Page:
We in the crew were all strictly instructed to not approach “Mr. Heston” and ask for any photos or autographs while he was on board. My duty section (nukes) had duty the night before the scheduled cruise, so we had the “honor” of getting up on the mid-watch to prepare the reactor plant for startup, and then do the startup and warm it up for the scheduled departure at a little after 0800.

    So we naturally named ourselves “The Charlton Heston Startup Crew”. After we were relieved around 0730 by the maneuvering watch, we were given liberty for the day. As we departed the boat we made our way aft through the below-decks passageway in the tender Dixon to get to the pier, and as the half dozen of us walked along, we saw coming our way several senior officers accompanying a tall well tanned guy with perfectly groomed hair and recognized him as Heston.

    In complete contravention of our orders, as we approached Heston in the passageway I shouted out, “Hey, Mr. Heston! We’re the Charlton Heston Startup Crew – we got the tea kettle heated up for your departure this morning! Can we get a shot of you with us? (one of the operators had the foresight to have brought a camera along)

    The senior officers (a couple of four stripers) gave us the evil eye, but Heston grinned and said “Sure!” So he lined up with us, arms around our shoulders, and a couple of our guys took turns shooting several flash pictures. And the four stripers kept shooting us evil looks. I’m sure the CO heard about it afterwards. And of course, nobody else on the crew that sailed that day had the opportunity to shoot any personal pics with Heston.. Any unofficial photography inside a SSN was of course strictly prohibited.

    The film Gray Lady Down was particularly meaningful for us, as the Gurnard did most of the at sea testing of DSRV. Alas, we never got any onscreen credits in the flick!

    • DaSaint

      Great story! Well your orders were no photos or autographs while on board, so you weren’t on board! You were on the tender. Smart! You should share that pic one day, if USNI News ever would allow it.

      • Duane

        Well, as they say, you can’t sailor-proof anything … not even a Hollywood PR visit.

        • Centaurus

          And just as I read this, Agony and Ecstasy is on the boob tube ! I’m dumb struk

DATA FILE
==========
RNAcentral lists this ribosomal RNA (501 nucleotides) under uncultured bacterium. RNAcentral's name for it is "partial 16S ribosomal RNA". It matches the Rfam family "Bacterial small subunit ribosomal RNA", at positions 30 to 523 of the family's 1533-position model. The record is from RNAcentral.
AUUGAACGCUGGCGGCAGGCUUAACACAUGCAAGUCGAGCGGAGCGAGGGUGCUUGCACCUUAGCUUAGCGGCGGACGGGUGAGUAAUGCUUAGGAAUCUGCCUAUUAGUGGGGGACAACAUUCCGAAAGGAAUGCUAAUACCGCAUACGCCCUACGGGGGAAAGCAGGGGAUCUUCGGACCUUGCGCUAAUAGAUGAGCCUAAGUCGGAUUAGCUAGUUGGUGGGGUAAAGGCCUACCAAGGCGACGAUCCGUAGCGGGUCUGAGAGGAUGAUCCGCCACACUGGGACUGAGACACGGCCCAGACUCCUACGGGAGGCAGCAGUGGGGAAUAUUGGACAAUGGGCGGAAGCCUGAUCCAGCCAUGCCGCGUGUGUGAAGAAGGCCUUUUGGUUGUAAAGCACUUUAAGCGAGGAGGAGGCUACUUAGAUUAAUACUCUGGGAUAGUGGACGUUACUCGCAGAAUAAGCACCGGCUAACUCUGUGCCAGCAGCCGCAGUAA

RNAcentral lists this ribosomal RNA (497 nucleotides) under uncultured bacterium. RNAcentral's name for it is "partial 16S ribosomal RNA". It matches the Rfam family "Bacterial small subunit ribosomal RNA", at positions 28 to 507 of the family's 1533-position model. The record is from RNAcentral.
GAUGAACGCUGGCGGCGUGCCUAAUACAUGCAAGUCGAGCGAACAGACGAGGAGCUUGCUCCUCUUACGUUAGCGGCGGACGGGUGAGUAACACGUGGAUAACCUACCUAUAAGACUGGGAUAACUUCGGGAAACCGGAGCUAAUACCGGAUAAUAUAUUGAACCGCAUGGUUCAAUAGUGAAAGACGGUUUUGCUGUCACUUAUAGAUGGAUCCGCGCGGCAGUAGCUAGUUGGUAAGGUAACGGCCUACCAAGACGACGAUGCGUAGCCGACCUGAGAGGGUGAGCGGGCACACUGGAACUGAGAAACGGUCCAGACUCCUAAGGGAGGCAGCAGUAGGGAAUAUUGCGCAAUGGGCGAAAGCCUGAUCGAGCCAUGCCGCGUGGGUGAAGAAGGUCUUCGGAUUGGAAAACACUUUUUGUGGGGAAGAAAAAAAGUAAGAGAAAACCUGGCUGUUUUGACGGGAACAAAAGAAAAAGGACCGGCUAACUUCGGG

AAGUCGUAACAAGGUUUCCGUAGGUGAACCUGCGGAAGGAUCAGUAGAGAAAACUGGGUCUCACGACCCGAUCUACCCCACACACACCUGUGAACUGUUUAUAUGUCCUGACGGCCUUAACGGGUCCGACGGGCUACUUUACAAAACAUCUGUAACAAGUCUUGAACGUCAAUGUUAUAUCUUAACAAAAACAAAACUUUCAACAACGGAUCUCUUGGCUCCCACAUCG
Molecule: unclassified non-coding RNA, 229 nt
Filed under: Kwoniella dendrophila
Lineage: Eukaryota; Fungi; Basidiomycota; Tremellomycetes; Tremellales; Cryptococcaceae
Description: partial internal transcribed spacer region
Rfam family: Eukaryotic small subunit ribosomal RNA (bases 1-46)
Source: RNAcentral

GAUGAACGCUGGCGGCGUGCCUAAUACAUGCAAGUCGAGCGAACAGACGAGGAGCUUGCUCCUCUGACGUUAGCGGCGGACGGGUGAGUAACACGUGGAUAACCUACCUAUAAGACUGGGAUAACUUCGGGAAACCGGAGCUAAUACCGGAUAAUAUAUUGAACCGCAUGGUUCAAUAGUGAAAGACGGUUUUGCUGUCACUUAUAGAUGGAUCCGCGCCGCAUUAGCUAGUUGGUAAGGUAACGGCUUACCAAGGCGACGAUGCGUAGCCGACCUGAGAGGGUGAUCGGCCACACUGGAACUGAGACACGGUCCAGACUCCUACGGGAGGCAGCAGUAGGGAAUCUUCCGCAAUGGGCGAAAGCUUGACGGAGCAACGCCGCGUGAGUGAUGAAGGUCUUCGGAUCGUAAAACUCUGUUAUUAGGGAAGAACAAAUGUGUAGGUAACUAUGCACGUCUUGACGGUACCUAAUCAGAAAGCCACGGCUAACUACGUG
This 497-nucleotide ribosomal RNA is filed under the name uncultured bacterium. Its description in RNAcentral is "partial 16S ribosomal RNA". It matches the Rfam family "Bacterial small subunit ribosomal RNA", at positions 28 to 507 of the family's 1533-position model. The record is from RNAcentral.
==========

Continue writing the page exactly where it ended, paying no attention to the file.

• tiger

      I actually liked that one.

  • Joe S.

    You lost me at the producers of The Fast and the Furious.

  • Ser Arthur Dayne

    This movie looks great in some ways, wanting in other ways – However, Gerard Butler is THE MAN, and the woman actress from ER looks smoking hot. Common as a 2-Star Admiral, however… I am not so sure about that.

    Let me clarify … Common = Admiral ==

    Not even.

    • DaSaint

      Yeah right. Why would he be an Admiral? Anyone but him, right? Maybe Denzel. Or Freeman.

      • Ser Arthur Dayne

        Can’t tell if you’re being sarcastic or not but I just don’t see him as an officer in the Navy let alone a 2-star. Denzel would of course be amazing, I have an amazing idea for a Crimson Tide 2 lol. Freeman would have been great for the Admiral role that Gary Oldman has. I assume Common told his agent he was tired of playing bad guy roles and wanted a good guy role and obviously got it.

        • DaSaint

          Full disclosure, I’m Common’s Agent. Just kidding!!

          Seriously, I agree. Big fan of Denzel and would love to see him reprise that role in Tide. Freeman would have been better, but would need more than 2 stars. Guess they needed some diversity in the leadership, as this is meant to attract all to the silent service in particular and the Navy in general.

    • Ed L

      While renting a car the other day I discovered myself standing being a very attractive woman. Who turn out to be a Navy Captain (Line Officer) (saw her ID). We talked for a bit turns out she worked for a couple of Admirals that were my Division Officers when I was a Division LPO. Small World.

  • sferrin

    He should have dressed as a Spartan. 😉

  • muzzleloader

    The film trailer looks interesting if for nothing but the plethora of Russian hardware that the public would never otherwise see such as a Kirov class CGN.
    I wonder if they will show the fleet tug that accompanies every Russian surface group, lol.

  • Chesapeakeguy

    I hope the good guys win. Maybe Bart Mancuso will make a cameo?

    • E1 Kabong

      It’d be better if Marko Ramius showed up! 😉

  • Ed L

    Looks like a good entertaining Movie.

  • Sage_on_the_Hudson

    “For a filmmaker, a submarine provides a terrific backdrop for filming conflict than the isolated confines of a submarine, Butler told the Pentagon press corps during a Monday media briefing. Butler also is one of the film’s producers.”

    What does this incoherent sentence mean? I think the word “nothing” is missing between the frist use of the word “submarine” and “provides,” but I can’t be sure because I’m not a mind-reader.

    As for

    “In some instances, the experience of being on the submarine changed how the filming, Butler said” the missing words here appear to be “was done” following the word “filming.”

    I think the Navy deserves a “staff writer” better equipped to look after and convey its interests, and more conversant in the English language, than Ben Werner.

  • Ed L

    Navy wants to increase recruitment of Enlisted people. How about relaxing some standards back to the 70’s Quite being so political correct

  • Jay Lane

    “and you’re 1,000 feet underwater…”

    those movie people…always confusing between movie fiction and facts…

    we all know our subs can not go down to a thousand feet…(wink wink nod nod)

    (the best is Hunt for Red October…the Akula skipper calls for so many turns for so many knots…and orders the boat to 900 meters depth…)

  • Jack D Ripper

    All the types that got inspired by top gun to join and did laundry below decks salute you

  • Ed L

    Went and saw “Hunter Killer” today. From the John Madden Fleet seats. It was pretty good film. But the meltdown from Gary Oldman character was a bit out of place